Consistency vs Intensity

I’m sure we’ve all seen it on FB and Instagram. The posts that go:

  • I’ve smashed a killer workout
  • I’m so hard, I’ve run xxx. I’ve squatted xxx
  • I’m so sore, I did xxx

These posts shout out about Intensity. But we hardly hear anything about Consistency.

  • Yay, I ate my greens 5 days in a row.
  • Yay, I drank a glass of water

It’s not very Instagram, is it.

But it is a mistake. Because most of us need more consistency vs intensity.

I’ve done it too. I’ll decide enough’s enough. I’m gonna train 6 times a week. Work till my knuckles are blue. Stop eating everything I enjoy that isn’t green. But the reality is that 3 days later, I’m too sore to work out. I’m too tired to work. And I’ve raided the children’s treat bowls.

But most of us don’t need one off smash-fests. What we need is consistency.

Far better to work out 3-4 times a week. For 50 weeks of the year. Than to workout so hard that you’re so sore and need to miss the rest of the week. It’s the same with diet: far better to make good choices most of the time. Than to go on a week-long detox / cleanse / juice fast. Because the reality is that this bout of high-intensity is just that: a bout. It’s practically impossible to keep them up long term. You wind up exhausted, sore, starving, craving all the food, burnt out, whatever. So the choice between intensity and consistency are key.

The trouble is that consistency isn’t very sell-able compared to miracle diet pills, detoxes or fitness fads. We don’t want marginal gains, week on week. We’d rather impressive results, right now, thank you very much. Consistency isn’t very exciting. It isn’t very glamorous. And it is pretty hard too.

But think about it like this:

  • (1.00)^365 = 1
  • But (1.01)^365 = 37.7
  • Heck, even (1.001)^265 – 1.44

Imagine that, a 44% improvement over a year. Just be making a 0.001 effort… (OK I’m sure the maths is a bit dubious, but lets go with it!) Worth it, isn’t it? But the trick is, it has to be consistent!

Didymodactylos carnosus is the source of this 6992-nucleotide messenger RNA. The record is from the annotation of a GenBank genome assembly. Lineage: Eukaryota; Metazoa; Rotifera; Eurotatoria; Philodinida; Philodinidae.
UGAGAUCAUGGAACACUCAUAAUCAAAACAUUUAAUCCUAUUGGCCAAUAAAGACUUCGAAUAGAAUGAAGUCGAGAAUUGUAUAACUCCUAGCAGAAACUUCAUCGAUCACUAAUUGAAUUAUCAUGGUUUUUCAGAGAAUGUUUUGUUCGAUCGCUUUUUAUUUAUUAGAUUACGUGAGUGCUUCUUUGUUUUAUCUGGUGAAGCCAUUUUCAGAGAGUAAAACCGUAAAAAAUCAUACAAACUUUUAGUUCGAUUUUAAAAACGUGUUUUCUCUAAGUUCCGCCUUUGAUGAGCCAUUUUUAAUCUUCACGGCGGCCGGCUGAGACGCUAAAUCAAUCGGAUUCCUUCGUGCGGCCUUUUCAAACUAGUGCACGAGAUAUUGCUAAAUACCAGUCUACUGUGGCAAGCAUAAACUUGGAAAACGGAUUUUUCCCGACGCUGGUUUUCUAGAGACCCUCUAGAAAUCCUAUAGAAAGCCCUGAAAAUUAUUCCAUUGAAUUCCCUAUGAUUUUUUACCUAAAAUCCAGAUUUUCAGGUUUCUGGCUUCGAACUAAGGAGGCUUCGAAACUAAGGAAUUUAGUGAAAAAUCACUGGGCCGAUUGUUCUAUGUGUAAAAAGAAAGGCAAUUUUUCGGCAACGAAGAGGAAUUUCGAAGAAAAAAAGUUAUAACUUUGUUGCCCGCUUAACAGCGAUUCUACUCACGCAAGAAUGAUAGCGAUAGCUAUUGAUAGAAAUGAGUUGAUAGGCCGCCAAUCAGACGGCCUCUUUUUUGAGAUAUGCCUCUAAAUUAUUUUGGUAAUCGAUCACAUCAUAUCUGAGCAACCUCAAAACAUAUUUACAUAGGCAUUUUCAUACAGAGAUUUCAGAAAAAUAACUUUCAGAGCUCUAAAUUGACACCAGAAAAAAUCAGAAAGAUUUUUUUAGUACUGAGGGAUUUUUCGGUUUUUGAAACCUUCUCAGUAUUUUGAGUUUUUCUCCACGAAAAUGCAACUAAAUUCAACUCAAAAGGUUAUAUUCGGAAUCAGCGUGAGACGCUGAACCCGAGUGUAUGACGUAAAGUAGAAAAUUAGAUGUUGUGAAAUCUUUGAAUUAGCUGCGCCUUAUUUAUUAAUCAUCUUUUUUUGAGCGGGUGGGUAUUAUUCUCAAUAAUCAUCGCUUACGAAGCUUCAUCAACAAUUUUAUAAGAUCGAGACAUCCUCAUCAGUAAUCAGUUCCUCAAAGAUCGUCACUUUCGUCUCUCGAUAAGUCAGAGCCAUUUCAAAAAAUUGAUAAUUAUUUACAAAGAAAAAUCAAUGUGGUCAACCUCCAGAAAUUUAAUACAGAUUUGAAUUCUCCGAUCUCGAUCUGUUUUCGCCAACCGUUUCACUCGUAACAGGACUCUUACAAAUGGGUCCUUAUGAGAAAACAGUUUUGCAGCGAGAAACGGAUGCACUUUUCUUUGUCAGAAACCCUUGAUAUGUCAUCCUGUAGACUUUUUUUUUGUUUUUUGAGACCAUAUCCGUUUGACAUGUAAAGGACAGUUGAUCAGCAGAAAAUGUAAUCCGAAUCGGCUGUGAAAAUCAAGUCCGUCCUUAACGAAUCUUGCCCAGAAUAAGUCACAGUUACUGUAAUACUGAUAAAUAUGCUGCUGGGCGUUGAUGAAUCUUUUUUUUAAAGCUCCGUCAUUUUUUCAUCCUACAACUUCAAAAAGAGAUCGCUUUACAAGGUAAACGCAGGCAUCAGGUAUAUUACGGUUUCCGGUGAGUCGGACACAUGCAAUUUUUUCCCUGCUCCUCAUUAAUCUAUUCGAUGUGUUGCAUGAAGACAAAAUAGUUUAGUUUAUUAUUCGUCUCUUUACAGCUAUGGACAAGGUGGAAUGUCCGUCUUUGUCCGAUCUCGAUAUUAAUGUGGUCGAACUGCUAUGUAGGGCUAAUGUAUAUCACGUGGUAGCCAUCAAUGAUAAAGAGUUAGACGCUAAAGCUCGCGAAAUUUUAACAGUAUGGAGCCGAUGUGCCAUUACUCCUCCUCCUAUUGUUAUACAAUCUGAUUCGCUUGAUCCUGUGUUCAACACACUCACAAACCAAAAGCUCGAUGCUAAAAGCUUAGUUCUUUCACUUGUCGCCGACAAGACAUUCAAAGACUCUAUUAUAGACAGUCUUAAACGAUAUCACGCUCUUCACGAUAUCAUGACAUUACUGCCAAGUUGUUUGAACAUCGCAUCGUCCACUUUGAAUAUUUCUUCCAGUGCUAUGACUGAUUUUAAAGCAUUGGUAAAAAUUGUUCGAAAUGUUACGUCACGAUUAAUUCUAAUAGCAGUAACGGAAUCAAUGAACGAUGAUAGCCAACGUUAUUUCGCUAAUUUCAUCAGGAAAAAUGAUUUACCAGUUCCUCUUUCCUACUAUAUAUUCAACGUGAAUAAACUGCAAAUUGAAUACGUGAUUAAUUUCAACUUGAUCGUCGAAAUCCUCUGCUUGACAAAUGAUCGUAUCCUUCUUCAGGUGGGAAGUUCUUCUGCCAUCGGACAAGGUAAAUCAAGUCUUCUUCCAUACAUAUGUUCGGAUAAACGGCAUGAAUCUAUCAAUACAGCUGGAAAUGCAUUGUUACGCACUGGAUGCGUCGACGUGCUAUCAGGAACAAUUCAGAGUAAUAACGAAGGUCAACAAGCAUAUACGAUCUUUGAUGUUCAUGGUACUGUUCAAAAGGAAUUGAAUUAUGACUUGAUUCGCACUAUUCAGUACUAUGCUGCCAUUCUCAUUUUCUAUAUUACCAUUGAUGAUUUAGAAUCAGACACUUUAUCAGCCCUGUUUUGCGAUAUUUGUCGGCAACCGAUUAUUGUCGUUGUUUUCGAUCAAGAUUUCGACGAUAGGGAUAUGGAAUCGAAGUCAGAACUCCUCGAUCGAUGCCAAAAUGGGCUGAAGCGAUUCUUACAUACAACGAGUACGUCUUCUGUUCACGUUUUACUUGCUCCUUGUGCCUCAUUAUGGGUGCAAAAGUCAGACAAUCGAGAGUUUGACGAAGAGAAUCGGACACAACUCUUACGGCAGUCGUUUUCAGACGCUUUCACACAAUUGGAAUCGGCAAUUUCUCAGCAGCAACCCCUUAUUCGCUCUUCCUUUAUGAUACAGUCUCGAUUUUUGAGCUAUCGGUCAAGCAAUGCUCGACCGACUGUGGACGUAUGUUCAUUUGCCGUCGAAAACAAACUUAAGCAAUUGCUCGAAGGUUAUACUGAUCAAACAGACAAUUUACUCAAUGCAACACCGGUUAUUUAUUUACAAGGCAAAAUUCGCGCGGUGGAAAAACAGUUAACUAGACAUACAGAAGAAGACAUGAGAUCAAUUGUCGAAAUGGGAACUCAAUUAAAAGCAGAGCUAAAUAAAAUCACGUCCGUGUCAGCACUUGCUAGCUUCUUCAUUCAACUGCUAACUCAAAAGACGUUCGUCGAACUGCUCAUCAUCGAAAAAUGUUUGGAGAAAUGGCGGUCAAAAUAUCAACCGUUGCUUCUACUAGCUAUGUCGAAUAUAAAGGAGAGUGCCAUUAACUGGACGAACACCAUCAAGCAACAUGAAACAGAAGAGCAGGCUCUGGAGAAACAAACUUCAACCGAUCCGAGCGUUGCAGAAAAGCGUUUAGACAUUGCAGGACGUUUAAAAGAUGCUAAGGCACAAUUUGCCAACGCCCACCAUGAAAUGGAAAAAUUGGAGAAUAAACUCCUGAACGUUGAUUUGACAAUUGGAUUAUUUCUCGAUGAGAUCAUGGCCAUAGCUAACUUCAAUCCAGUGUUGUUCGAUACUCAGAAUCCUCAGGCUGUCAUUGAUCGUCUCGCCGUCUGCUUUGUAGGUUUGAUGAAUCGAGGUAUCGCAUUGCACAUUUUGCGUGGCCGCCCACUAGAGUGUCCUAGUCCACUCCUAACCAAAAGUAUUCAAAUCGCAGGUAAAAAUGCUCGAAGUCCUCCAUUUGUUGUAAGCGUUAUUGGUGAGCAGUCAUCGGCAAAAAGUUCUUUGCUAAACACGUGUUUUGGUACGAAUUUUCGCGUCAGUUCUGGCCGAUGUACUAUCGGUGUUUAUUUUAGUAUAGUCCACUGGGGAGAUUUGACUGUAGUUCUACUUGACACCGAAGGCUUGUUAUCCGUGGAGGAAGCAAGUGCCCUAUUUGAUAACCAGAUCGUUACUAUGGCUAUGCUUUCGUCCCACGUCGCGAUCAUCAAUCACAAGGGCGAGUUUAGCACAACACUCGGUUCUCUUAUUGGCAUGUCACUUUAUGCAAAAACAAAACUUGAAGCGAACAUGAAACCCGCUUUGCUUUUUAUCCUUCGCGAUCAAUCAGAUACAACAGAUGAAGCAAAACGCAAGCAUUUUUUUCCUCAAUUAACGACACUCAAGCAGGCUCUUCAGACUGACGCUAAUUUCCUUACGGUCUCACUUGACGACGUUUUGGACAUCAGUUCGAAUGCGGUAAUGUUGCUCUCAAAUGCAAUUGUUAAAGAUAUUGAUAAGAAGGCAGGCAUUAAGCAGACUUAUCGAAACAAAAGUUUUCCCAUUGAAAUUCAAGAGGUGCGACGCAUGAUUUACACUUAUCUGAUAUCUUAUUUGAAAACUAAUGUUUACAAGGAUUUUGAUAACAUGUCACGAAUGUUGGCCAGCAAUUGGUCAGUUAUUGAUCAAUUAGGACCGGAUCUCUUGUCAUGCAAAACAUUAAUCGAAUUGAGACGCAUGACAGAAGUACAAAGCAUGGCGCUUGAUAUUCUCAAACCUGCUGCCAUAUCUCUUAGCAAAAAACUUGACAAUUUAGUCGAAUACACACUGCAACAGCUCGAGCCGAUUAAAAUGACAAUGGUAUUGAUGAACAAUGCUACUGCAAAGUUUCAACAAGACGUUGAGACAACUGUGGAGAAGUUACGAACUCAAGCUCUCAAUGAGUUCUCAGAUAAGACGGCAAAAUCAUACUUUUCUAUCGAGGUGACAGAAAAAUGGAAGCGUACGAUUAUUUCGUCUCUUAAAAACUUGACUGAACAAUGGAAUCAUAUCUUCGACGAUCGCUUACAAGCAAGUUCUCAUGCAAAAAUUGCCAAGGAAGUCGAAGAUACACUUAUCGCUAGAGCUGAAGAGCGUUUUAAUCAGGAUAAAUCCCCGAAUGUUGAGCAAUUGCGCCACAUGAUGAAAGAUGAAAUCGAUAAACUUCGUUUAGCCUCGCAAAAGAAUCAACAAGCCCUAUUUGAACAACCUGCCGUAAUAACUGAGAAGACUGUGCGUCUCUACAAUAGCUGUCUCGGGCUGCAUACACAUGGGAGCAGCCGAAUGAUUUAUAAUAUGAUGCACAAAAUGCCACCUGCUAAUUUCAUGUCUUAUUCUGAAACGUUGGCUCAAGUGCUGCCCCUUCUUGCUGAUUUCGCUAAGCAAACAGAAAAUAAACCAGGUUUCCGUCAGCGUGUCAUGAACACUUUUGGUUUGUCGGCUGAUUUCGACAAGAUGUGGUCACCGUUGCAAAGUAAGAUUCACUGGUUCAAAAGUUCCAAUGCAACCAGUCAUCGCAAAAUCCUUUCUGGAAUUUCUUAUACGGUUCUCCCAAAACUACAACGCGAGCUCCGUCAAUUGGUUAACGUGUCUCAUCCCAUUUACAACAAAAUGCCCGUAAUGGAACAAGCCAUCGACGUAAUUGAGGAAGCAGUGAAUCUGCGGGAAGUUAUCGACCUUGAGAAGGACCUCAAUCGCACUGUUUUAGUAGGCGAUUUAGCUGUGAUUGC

When you are consistent in what you do, you develop habits and routines that are more sustainable and last a long time.

The keyword here is “sustainable”. This is why so many people give up on the things they do, before they’ve got the results they wanted. Before they reach their goal. Because the change was unsustainable.

We need to practice patience. We need to stay the course even if we don’t see progress. Change takes time. Much more time than we expect!

I’ve started taking this approach with my training. I’ve rehashed my plans so that I leave the track or the gym before I’ve had enough! Before I’m pooped, exhausted.

So I tell myself: Well done, I’ve nailed this workout, this was totally do-able.

If I’m defeated by the workout, if it drags on too long, then I’m unlikely to want to do it again anytime soon!

So if you want to start implementing a new habit, make it a super simple one. For example: you can’t go from drinking no water, to drinking 3 litres overnight. But how about starting each day with a glass of water.

Think of each habit you consistently practice as an upgrade to your current state of being. Practice it over time and you evolve into a better version of yourself.

PS Like this content? It’s actually a Chapter from one of our nutrition courses. Find out more here.